Hindi in Parliament
TAMIL TRIBUNE, May 2008 (ID. 2008-05-01)
AIADMK - All India Anna Dravida Munnetra Kazhagam
MP - Member of Parliament
On November 22, 2007, AIADMK Member of Parliament from Tamil Nadu Dr. V. Maitreyan started speaking in Tamil. Non-Tamil members of parliament (MPs) could not understand it because there was no one to translate Dr. Maitreyan's speech to Hindi and English as was required by parliamentary procedures. After some shouting from Tamilnadu MPs for lack of translation, Dr. Maitreyan spoke in English and it was translated to Hindi for the benefit of Hindi speaking MPs.
On November 27, 2007, another AIADMK Member of Parliament from Tamil Nadu Dr. K. Malaisamy spoke in Tamil. Mr. Santosh Bagrodia who was chairing the parliament (upper house, Rajya Sabha) told Dr. Malaisamy that he could not speak in Tamil because he did not obtain prior permission to speak in Tamil (Hindi MPs can speak in their mother tongue without any prior permission.) Even if Dr. Malaisamy had obtained prior permission, no non-Tamil MP would have understood it because there was no one to translate it from Tamil to Hindi and English.
In fact both Dr. Maithreyan and Dr. Malaisamy chose to speak in Tamil because they wanted to dramatically bring out the point that the position of Tamil translator was vacant for 11 months. Telugu translator position was also vacant. Indian Government's explanation was that it had placed advertisements and no one had applied. Why was no one applying? Because it was a part-time position. Not many people would go to an expensive city like New Delhi for a part-time position. Indian government employs many full time Hindi-English translators in parliament but when it comes to non-Hindi languages it suddenly becomes stingy and wants to hire only part-time translators. All languages should be equal in parliament. If a Hindi MP can speak in Hindi whenever he/she wants without prior notice and permission from the speaker, why should non-Hindi MPs have to give prior notice and get permission to speak in their mother tongue? Why this second class status for non-Hindi languages? The problem can be easily rectified by hiring full time translators for all languages (in the same way there are several full time translators for Hindi); these translators would then be available to translate whenever an MP wants to speak in his/her mother tongue. When it comes to Hindi money is no object, when it comes to other languages, Indian Government wants to cut every Rupee.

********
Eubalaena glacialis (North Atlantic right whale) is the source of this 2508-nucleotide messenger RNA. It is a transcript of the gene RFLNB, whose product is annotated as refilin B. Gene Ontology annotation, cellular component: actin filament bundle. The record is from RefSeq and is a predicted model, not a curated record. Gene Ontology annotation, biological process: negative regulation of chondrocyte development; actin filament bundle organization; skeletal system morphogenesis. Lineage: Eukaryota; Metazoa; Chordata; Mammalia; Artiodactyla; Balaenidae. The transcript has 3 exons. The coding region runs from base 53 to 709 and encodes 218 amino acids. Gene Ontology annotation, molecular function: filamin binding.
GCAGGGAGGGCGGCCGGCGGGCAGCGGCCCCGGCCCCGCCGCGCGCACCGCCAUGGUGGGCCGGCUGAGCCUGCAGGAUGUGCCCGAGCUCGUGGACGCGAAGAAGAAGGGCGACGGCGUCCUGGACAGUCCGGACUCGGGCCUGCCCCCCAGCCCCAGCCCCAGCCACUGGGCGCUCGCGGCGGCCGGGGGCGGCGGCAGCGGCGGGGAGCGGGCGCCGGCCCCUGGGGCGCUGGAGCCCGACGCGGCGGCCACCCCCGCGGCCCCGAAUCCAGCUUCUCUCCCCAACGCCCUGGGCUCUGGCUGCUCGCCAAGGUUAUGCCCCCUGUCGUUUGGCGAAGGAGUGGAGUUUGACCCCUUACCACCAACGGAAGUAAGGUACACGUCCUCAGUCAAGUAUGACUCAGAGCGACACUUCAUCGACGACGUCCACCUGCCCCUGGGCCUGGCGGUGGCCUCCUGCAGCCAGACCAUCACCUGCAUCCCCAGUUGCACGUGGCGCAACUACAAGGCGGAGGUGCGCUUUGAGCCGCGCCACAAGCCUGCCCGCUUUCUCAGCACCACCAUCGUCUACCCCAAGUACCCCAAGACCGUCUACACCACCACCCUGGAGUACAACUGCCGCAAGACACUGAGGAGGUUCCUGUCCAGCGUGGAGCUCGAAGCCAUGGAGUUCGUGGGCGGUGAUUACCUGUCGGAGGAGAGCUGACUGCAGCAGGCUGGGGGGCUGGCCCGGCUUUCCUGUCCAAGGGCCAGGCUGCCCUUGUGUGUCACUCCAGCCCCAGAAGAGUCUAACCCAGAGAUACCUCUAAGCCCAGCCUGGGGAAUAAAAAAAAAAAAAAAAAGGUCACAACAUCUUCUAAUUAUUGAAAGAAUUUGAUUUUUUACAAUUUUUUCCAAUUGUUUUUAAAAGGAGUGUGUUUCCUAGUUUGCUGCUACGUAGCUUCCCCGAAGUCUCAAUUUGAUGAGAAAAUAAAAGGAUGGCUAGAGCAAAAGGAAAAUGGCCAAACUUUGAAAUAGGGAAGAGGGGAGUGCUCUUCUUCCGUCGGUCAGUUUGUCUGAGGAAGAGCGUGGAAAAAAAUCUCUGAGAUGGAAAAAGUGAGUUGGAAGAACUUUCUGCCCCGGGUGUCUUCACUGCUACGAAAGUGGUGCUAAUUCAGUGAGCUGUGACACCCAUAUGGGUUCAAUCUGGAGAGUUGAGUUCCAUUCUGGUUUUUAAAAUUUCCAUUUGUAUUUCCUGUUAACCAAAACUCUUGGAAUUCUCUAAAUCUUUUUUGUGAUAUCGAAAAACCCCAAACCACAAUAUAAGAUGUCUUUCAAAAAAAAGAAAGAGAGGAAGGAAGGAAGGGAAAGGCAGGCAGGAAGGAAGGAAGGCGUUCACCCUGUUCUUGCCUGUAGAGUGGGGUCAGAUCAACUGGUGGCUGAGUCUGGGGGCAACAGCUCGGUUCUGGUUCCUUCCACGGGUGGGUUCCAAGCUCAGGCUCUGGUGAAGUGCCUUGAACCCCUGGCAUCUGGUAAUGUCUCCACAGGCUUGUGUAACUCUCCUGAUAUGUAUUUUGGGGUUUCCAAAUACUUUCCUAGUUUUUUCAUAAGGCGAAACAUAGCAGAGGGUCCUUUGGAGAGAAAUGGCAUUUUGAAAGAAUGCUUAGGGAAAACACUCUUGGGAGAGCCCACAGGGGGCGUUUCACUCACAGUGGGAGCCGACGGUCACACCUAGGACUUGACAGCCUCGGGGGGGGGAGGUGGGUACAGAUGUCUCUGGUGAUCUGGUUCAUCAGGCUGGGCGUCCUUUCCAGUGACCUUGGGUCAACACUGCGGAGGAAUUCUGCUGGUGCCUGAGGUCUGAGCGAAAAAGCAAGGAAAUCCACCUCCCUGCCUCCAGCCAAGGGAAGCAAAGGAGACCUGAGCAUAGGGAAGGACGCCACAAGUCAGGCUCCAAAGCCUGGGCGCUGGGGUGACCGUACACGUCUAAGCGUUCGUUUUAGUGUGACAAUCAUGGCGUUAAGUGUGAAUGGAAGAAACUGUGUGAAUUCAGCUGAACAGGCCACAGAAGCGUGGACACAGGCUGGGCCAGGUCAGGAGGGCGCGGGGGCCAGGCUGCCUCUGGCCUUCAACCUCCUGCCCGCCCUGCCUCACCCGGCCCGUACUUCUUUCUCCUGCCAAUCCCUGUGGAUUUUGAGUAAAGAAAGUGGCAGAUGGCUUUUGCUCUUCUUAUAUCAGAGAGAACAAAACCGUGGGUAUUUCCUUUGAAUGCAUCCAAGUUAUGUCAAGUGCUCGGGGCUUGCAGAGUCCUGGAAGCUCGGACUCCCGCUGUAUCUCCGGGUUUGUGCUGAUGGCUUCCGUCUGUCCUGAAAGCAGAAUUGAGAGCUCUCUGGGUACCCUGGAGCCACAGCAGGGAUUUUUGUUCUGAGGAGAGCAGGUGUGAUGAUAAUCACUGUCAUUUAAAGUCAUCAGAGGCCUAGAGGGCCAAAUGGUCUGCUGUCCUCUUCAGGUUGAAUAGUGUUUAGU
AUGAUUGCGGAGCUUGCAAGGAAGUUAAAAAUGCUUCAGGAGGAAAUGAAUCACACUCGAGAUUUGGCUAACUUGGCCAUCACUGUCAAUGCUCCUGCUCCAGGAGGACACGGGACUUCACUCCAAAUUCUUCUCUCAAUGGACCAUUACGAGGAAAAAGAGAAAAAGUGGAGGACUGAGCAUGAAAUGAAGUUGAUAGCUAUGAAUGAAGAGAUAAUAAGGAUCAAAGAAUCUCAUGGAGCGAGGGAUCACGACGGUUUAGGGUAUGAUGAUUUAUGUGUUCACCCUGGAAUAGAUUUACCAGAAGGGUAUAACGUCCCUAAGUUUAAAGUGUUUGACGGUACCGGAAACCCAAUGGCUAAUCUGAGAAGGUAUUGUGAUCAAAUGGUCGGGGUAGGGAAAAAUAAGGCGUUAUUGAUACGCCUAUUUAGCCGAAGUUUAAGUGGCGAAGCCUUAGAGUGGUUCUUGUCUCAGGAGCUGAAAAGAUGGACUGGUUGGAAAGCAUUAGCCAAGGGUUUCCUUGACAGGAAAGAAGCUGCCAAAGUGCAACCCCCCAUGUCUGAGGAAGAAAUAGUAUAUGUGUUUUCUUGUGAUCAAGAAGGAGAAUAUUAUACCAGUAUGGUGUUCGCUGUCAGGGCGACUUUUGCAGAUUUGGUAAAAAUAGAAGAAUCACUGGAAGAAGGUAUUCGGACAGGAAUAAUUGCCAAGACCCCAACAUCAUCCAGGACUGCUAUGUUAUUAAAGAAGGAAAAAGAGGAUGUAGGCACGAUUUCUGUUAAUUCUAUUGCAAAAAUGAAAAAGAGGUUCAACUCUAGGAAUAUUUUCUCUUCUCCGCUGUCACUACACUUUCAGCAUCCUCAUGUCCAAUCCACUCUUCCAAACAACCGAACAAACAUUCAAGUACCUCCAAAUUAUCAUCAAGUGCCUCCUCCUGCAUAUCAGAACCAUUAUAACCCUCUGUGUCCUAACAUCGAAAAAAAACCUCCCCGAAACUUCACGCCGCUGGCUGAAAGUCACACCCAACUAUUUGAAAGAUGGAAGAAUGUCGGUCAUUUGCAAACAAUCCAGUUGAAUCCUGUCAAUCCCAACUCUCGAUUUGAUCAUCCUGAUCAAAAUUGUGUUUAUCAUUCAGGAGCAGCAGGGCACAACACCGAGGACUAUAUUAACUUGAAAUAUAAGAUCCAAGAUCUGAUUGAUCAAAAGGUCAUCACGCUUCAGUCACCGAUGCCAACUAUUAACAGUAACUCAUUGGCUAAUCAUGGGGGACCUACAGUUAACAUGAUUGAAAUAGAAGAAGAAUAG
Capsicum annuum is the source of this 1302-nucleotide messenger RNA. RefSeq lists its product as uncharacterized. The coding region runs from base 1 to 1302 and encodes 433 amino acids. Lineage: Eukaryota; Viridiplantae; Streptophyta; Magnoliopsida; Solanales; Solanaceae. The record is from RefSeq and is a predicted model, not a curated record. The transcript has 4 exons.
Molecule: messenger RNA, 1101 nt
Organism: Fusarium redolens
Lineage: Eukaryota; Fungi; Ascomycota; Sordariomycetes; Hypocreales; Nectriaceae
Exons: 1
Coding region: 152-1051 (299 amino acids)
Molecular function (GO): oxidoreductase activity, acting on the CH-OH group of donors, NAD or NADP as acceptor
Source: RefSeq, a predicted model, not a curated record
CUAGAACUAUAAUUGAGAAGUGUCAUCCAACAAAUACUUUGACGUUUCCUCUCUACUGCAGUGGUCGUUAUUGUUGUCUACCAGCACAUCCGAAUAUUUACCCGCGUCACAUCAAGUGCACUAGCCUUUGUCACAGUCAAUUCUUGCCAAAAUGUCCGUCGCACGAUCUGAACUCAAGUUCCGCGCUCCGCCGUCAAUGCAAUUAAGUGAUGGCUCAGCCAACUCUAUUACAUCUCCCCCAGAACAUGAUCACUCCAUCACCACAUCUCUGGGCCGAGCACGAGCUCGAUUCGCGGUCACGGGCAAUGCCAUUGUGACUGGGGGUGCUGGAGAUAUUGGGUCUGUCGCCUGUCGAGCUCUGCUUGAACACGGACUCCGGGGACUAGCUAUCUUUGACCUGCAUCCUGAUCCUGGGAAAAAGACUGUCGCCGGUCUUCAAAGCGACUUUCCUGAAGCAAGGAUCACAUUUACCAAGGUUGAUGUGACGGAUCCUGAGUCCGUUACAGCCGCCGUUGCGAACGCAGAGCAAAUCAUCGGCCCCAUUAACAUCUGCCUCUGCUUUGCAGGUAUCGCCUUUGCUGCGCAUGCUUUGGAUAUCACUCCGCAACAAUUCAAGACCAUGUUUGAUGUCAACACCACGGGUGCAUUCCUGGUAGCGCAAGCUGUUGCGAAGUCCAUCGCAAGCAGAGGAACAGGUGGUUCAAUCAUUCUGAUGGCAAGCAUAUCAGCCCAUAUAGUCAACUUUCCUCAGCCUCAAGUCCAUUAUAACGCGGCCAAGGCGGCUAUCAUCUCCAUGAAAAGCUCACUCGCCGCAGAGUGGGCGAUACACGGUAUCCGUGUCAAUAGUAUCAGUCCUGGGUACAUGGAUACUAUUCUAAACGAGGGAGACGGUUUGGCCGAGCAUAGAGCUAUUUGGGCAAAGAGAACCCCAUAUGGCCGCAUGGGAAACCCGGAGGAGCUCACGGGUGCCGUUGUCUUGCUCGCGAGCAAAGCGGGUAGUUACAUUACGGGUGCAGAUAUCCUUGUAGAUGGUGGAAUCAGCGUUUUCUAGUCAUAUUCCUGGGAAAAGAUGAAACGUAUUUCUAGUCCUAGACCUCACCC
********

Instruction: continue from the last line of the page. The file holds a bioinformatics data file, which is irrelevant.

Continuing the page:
1. An Additional Special Privilege for Hindi Speaking Members of the Indian Parliament (by P. Unny), TAMIL TRIBUNE, December 2003 (8 KB)
2. Archived articles on Opposition to Hindi Imposition in India (OR Search the internet with the following key words: Hindi imposition India Thanjai Nalankilli )
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